The third method is Control.  If you have agreed to assume a cost or risk, you simply can’t let the Supplier do its own thing, so your contract terms need to provide you with the necessary control over what the Supplier can do over the things that can impact your cost or risk. Control is a way of managing behavior or performance. Examples of control type of provisions would include:
  • Control over the Supplier’s team that performs the work and any changes to that team.
  • Control over where the work is performed
  • Control over subcontracting of the work
  • Restrictions against assignment of the work
  • Control over changes to the product or service
  • Control over changes to the process.

For example, lets assume that the Supplier will only agree to sell to you on Ex-works delivery terms.  What this means is that from a cost and risk perspective you are responsible to pay for all the costs to get it from the Supplier’s dock to your point of use. If further means that you would also be responsible for any loss of damage that occurs while it is in transit. So to manage this potential risk you require that they comply with packing and packaging specification you provide that are designed to reduce the amount of damage that may occur in transit. You could also specify that you must either select or approve the carrier and lane used, as the potential for loss or damage may vary by carrier and by shipping lane. You could also require the Supplier to ship it with pre-paid insurance that would be reimbursed as a separate line item.  If you didn’t have the controls they could take whatever actions were the cheapest for them which could increase your potential risk of loss or damage.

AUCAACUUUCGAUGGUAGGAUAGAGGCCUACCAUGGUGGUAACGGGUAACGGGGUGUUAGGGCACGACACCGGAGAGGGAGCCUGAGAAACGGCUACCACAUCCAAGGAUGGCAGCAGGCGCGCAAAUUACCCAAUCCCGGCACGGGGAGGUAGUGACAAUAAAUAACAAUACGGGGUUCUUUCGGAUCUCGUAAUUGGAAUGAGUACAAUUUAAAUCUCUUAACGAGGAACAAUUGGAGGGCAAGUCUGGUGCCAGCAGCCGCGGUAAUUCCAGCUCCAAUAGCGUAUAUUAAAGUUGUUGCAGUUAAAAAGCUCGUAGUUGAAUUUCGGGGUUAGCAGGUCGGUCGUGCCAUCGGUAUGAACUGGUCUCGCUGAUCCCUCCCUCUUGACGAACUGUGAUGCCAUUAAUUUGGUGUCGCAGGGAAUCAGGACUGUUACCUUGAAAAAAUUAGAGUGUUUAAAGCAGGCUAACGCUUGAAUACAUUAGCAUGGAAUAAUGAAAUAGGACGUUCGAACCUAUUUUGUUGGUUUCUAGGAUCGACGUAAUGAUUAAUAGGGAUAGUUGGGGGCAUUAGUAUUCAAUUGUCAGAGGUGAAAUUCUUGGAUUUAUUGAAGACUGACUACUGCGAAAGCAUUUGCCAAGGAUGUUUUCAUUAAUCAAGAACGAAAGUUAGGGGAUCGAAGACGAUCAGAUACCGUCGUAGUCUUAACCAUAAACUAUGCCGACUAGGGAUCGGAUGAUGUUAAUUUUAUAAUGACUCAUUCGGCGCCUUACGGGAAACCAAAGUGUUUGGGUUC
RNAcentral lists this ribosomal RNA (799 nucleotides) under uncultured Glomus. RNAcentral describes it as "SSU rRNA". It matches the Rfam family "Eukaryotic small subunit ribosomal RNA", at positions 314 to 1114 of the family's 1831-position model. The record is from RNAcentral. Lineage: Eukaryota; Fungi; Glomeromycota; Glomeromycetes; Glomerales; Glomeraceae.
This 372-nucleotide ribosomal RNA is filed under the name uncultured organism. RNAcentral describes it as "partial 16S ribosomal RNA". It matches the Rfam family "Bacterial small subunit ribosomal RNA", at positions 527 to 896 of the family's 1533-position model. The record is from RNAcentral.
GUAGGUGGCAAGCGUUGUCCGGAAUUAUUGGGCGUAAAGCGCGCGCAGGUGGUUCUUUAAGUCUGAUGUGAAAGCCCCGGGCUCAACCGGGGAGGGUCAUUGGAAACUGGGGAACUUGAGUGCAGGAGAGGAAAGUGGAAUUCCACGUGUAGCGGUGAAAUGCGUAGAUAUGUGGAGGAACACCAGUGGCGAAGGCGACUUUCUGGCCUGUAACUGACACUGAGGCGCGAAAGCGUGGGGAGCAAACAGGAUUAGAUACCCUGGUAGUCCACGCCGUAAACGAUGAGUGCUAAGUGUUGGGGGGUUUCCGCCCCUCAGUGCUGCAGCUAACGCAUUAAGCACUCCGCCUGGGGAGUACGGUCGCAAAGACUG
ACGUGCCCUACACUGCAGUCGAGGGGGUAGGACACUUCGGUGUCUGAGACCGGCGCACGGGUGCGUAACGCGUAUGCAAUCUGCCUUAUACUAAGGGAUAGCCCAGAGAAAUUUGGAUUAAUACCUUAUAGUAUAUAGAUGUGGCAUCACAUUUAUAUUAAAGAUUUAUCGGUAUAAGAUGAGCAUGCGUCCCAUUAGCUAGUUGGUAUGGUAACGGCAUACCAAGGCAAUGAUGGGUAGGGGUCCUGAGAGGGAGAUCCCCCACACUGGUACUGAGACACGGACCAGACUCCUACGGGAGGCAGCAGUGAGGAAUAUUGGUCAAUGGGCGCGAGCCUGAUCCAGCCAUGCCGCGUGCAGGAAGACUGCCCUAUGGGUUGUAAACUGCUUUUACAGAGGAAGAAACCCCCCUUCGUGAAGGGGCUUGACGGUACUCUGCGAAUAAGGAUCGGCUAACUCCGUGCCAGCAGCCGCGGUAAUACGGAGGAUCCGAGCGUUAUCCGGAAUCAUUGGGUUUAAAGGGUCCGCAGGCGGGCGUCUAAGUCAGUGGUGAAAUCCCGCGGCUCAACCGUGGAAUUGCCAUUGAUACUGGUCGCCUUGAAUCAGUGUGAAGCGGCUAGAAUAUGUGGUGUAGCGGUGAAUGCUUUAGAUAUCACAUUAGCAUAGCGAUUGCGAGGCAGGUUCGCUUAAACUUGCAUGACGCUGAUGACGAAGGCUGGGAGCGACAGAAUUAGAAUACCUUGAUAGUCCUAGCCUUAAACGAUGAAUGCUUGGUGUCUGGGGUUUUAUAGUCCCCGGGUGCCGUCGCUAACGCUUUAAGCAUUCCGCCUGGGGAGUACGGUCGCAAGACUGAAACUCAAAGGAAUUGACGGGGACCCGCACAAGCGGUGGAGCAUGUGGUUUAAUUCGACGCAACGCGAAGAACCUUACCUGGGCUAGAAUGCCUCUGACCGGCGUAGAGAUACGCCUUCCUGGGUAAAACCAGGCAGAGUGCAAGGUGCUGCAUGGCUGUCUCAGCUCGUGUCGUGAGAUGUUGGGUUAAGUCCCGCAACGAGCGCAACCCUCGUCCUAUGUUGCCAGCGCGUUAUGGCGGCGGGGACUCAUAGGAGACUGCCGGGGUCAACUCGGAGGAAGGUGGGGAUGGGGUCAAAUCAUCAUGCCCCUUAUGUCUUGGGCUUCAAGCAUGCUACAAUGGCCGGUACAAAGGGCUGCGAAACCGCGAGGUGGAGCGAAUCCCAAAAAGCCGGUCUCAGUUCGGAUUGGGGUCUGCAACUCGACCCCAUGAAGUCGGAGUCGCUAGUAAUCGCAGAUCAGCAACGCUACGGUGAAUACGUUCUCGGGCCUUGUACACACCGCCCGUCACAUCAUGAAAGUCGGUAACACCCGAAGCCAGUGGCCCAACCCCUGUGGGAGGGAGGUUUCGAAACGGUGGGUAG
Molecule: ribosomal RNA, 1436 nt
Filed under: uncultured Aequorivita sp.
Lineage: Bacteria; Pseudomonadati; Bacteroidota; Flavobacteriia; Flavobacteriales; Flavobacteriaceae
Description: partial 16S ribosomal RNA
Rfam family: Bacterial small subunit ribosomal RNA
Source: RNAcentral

If you can’t transfer the cost or risk of problems that the Supplier has control over back to the Supplier, then to manage the risk you should require strict control about what the Supplier can or can’t do with all the various factors that may impact risk. For example if the supplier was unwilling to assume the major risks and costs of quality problems they could create, you would require approval of subcontractors, material suppliers, restrict any assignment, not allow them to make any changes to the product or service without your advance approval, etc.